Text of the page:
Tourism is still in its infancy. The infrastructure is not really developed to handle mass tourism. Firstly, we needed to obtain a travel permit to travel around the country. Quite easy to obtain and it is apparently for our security not to hinder where we wish to travel. Deciding where we wanted to visit was quite easy, the hard part is getting there. There is no train or bus system. To travel anywhere, short or long distance is by either hiring a private taxi and negotiating a price, not overly expensive,
but at least 500% dearer than a shared taxi. The shared taxis's congregate in specific areas depending on the destination and leave once they are full. That means 8-9 passengers in a car that would normally hold no more than 5 passengers , but they are cheap. The taxis themselves are old and battered and should have been put on the rubbish heap 10 years ago. Travelling by shared taxi in the afternoon is an even more rapid journey as the local custom is to chew qat after lunch. Qat are leaves, stuffed into the cheek and chewed endlessly. Qat is highly addictive and apparently supresses the appetite and prevents you from sleeping. Men in the afternoon tend to look stoned and when they drive it is even more erratic than in the morning.
The other hazard for tourists is that there are few places set up as restaurants or cafes. The few that do exist are full of the local men - never the women, The women only eat in their homes. As a tourist we have constantly been invited into people's homes to share the family meal - on the floor around in a circle , no cutlery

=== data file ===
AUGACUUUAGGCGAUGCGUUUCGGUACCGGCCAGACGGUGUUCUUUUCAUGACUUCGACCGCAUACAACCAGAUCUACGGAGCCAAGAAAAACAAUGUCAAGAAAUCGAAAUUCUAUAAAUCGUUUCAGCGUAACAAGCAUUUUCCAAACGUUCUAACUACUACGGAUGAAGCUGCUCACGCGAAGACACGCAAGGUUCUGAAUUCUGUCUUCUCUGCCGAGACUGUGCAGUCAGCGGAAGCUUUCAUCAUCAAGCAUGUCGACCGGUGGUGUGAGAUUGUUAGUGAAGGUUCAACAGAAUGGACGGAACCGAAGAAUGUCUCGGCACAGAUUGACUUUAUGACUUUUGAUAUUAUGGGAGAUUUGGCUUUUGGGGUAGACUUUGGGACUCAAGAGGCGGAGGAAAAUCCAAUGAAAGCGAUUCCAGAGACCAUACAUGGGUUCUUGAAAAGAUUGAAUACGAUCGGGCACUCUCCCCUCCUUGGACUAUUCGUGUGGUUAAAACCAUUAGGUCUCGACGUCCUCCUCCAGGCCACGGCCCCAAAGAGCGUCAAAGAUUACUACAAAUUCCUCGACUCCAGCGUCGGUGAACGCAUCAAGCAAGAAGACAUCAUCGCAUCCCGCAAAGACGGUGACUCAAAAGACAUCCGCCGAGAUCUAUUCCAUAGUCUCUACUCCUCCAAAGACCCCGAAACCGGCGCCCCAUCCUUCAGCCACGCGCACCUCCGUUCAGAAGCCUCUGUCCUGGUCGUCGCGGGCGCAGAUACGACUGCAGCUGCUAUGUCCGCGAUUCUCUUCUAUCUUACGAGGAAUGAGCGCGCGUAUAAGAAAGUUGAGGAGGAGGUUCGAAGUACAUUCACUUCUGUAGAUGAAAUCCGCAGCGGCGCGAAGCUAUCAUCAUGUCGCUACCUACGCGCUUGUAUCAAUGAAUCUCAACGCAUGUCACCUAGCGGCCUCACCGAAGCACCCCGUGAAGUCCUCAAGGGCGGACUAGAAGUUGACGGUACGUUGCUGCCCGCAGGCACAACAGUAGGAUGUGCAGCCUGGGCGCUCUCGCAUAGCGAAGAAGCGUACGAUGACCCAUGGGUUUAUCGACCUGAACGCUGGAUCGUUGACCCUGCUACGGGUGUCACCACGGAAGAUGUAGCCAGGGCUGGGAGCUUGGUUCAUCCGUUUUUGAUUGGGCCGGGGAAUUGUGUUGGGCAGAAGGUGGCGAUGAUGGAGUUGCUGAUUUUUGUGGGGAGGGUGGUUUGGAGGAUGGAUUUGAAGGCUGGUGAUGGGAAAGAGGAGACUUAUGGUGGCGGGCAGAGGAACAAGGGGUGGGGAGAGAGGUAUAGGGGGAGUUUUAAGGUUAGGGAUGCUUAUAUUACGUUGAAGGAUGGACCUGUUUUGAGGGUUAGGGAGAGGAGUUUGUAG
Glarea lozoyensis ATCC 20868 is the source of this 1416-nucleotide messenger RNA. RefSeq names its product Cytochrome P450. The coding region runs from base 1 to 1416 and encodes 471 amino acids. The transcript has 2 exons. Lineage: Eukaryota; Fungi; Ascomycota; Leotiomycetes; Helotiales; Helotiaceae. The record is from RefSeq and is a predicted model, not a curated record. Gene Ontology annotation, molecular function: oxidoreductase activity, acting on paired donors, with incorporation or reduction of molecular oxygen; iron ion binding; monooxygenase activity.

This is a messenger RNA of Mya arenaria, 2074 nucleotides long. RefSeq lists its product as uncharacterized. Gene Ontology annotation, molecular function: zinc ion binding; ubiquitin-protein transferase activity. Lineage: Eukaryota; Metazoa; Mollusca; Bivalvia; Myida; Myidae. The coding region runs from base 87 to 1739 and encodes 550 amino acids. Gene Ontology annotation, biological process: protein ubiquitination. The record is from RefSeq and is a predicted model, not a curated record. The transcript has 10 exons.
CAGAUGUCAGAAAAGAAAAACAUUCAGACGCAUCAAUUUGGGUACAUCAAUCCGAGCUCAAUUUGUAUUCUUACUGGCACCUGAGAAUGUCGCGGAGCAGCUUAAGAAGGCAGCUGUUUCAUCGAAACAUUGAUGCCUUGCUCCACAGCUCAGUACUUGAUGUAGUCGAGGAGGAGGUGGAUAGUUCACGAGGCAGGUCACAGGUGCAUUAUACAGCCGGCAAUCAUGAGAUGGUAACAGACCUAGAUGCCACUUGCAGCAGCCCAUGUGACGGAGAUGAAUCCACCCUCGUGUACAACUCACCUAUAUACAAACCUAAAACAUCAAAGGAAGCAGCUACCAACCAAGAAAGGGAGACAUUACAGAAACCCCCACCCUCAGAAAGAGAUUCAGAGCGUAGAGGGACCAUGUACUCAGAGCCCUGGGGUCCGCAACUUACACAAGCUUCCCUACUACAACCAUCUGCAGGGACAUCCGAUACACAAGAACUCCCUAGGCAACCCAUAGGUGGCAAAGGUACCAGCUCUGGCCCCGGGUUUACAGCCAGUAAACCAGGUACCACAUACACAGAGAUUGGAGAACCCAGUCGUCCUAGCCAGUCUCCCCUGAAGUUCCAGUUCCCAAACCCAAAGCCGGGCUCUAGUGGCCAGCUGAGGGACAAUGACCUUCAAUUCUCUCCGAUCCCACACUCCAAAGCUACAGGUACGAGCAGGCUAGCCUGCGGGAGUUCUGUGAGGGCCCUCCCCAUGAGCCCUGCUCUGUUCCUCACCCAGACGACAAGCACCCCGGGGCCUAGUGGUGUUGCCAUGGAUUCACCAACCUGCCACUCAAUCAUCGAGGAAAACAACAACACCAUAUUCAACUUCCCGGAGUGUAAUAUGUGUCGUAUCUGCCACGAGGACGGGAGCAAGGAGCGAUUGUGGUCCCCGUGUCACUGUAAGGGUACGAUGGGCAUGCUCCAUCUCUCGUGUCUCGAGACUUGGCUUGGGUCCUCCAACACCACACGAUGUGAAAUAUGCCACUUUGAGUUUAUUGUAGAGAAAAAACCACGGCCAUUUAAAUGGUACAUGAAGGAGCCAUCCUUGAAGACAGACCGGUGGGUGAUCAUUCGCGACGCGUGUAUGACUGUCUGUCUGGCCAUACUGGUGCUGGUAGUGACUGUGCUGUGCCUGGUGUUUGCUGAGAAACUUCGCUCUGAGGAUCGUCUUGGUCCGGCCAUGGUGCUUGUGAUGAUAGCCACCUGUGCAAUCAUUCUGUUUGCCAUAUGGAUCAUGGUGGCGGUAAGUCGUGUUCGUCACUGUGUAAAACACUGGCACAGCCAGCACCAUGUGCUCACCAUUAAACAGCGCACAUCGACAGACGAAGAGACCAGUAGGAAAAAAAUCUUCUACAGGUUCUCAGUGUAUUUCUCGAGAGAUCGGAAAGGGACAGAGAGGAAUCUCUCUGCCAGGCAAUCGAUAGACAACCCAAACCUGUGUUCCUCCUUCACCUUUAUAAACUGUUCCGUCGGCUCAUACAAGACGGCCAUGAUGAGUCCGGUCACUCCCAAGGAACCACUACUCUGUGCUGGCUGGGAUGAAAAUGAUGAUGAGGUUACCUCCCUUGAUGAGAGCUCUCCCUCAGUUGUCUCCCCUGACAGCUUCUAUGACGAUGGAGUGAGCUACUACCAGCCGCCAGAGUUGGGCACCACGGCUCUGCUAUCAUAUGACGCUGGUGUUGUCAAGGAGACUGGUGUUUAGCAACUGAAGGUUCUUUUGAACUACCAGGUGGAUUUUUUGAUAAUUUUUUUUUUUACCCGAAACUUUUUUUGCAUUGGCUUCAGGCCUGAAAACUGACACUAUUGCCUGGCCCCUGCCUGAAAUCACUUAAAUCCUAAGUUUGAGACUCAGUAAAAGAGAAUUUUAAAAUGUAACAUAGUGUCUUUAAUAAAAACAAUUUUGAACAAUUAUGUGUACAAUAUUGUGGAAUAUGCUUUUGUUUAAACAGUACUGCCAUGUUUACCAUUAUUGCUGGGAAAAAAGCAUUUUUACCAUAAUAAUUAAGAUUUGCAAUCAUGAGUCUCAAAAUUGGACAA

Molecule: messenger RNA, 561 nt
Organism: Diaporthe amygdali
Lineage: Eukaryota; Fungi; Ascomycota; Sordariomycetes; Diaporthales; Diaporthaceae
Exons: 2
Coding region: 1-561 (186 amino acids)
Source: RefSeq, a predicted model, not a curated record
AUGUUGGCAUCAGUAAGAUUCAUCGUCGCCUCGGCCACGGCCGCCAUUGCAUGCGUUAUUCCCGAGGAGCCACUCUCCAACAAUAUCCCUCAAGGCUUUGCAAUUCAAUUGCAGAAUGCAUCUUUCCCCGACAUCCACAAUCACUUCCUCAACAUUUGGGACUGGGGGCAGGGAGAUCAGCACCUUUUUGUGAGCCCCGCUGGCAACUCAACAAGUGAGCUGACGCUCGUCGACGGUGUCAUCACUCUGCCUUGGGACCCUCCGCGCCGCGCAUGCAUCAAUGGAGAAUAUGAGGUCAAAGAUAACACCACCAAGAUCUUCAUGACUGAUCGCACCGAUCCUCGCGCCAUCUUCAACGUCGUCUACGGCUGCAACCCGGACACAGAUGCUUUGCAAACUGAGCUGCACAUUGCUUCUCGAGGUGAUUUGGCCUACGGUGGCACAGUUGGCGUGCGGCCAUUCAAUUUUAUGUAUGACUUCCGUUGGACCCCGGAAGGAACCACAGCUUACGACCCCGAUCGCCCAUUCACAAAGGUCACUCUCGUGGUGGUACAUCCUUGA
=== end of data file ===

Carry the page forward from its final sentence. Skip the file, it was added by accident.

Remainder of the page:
Old guy who sold Penny a jawira - the ceremonial knife carried by most Yemeni men.
or plates, just hands (right hand) in the one pot or selection of dishes. Our first day in Sana'a we walked around the souq and came across a group of men sitting on plastic sheeting on the street who called us over to join them. No amount of polite "no's" or "no thank you" sufficed. The next thing we were plonked down amongst them and a large chunk of flat bread thrust into our hands. How do you explain to a group of Arabic men, who speak limited english (hello, what is your name, where are you from) who are gestering you to hook into the food that you are a vegetarian. No amount of sign language, or refusal was accepted, so the next thing I know I am dipping my chunk of bread into the pot of hot lamb stew. Gary looking on sympathetically and smiling. I managed a few gulp fulls, enough for the men to polish the rest off. It was a rather unique meal, sitting on the roadside, crosslegged on plastic, around a pot of lamb stew with 10 pairs of hands grabbing and chewing at once. Many other similar meals followed. I am definitely going
The unique architecture of the old city of Sana'a
back yo yoga when I get home, as sitting crossed legged is killing my knees.
Yemen has been a fascinating destination. Sana'a is the capital and according to legend was built by the son of Noah. It is also the main trading area for frankincence. The architecture is as it was hundreds of years ago, with its stained glass windows and mud coloured walls and white painted trims. Shibam to the east is a city made of mud bricks, 6-7 storeys high, nicknamed the Manhatten of the desert. It is such an interesting country, very much cut off from the outside world for many years. It is underdeveloped which is its charm. Walking though the souqs you see primitive daily life. In one doorway we saw a camel walking in circles grinding olives making oil that the women use on their skin. In another, the bread ovens and the smell of fresh bread baking.
It is a very photogenic location, with the men and children being willing subjects. The women very much against any photograhs - as if you could tell who they were since only their eyes are visible.
Yemen has been a short and sweet destination. I've enjoyed
No, it's not a nightgown.
the warmer weather, which brought us one hour closer to Australian time. We have less than 4 weeks to go and still 4 more countries to cover.
More images at: www.colvinyeates.zenfolio.com